HomePHP Tracking Parsing Errors with the Tidy Library in PHP 5
Tracking Parsing Errors with the Tidy Library in PHP 5
Creating well-formed (X)HTML documents can be a hard-to-accomplish task, particularly for PHP developers who need to focus mainly on the data and business layers of their web applications, and not on their visual presentation modules. However, this issue can be addressed with minor hassles with the assistance of the excellent Tidy extension.
Welcome to the last tutorial of the series "Working with the Tidy library in PHP 5." As you might have guessed, this series offers a friendly guide to using the most important functions that come bundled with the Tidy library, so you can start quickly incorporating them into your own PHP applications.
Going straight to subject of this series, you'll remember that in the preceding article I showed you how to dissect and extract different parts of a given (X)HTML string (or even an (X)HTML file) for further processing. More concretely speaking, I demonstrated how to use the straightforward "tidy_get_html()," "tidy_get_head()" and "tidy_get_body()" functions, obviously included with the Tidy extension, in order to retrieve the entire content of a specific (X)HTML string, in addition to extracting its <head> and <body> sections respectively.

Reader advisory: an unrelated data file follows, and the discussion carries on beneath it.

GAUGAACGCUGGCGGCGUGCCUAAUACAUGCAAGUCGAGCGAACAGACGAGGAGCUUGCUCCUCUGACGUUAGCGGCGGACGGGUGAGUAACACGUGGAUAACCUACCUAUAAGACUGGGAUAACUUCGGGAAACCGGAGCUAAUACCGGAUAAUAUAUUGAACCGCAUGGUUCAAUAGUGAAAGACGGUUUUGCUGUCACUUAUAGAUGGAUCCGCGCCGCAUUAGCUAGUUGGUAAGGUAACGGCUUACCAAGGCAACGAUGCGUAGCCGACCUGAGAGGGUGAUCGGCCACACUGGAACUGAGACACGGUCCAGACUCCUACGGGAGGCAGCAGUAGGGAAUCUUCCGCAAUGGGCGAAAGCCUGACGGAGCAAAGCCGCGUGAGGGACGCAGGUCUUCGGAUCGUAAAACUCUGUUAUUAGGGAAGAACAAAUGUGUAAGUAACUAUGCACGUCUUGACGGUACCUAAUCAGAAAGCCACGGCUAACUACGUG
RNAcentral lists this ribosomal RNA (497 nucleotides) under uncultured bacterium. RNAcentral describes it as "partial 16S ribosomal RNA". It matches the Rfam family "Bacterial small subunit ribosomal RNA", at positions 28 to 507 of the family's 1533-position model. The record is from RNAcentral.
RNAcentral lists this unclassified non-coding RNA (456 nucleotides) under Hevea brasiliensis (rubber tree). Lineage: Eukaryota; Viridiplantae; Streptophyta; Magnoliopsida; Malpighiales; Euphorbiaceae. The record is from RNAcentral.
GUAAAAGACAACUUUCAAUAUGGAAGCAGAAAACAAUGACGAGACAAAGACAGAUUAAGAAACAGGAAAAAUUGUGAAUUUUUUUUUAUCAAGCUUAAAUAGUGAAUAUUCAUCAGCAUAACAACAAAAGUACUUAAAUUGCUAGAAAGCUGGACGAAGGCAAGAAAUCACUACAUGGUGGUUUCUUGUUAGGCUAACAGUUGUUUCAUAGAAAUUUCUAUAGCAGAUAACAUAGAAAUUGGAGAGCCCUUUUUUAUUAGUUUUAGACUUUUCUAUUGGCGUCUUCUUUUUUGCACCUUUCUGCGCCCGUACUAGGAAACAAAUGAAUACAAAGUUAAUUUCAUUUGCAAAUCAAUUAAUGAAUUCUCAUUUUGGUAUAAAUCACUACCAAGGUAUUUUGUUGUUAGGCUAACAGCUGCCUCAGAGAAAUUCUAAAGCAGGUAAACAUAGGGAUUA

While it must be admitted that retrieving the distinct parts of a concrete (X)HTML string might not be the most useful task for a seasoned PHP developer, it's valid to mention here that the Tidy library comes equipped with a remarkable set of functions for breaking up a web document in its main section, in this way allowing users to parse the different nodes of the document in question in a simpler way.
All right, at this stage you've hopefully learned how to parse and fix the format of a given (X)HTML file via its specific set of Tidy functions, in addition to splitting a file into its most important pieces. So, the question that comes up is the following: what is the next step? Well, from a PHP developer's point of view, tracking all the errors that occurred when parsing a concrete (X)HTML string might be quite useful. Therefore, in this final tutorial of the series I'm going to cover some new functions bundled with the Tidy extension which are designed to show you the potential errors raised when interpreting (X)HTML data.
Now, with the preliminaries out of our way, it's time to tackle this last article of the series and learn how to handle parsing errors with the Tidy extension. Let's move on!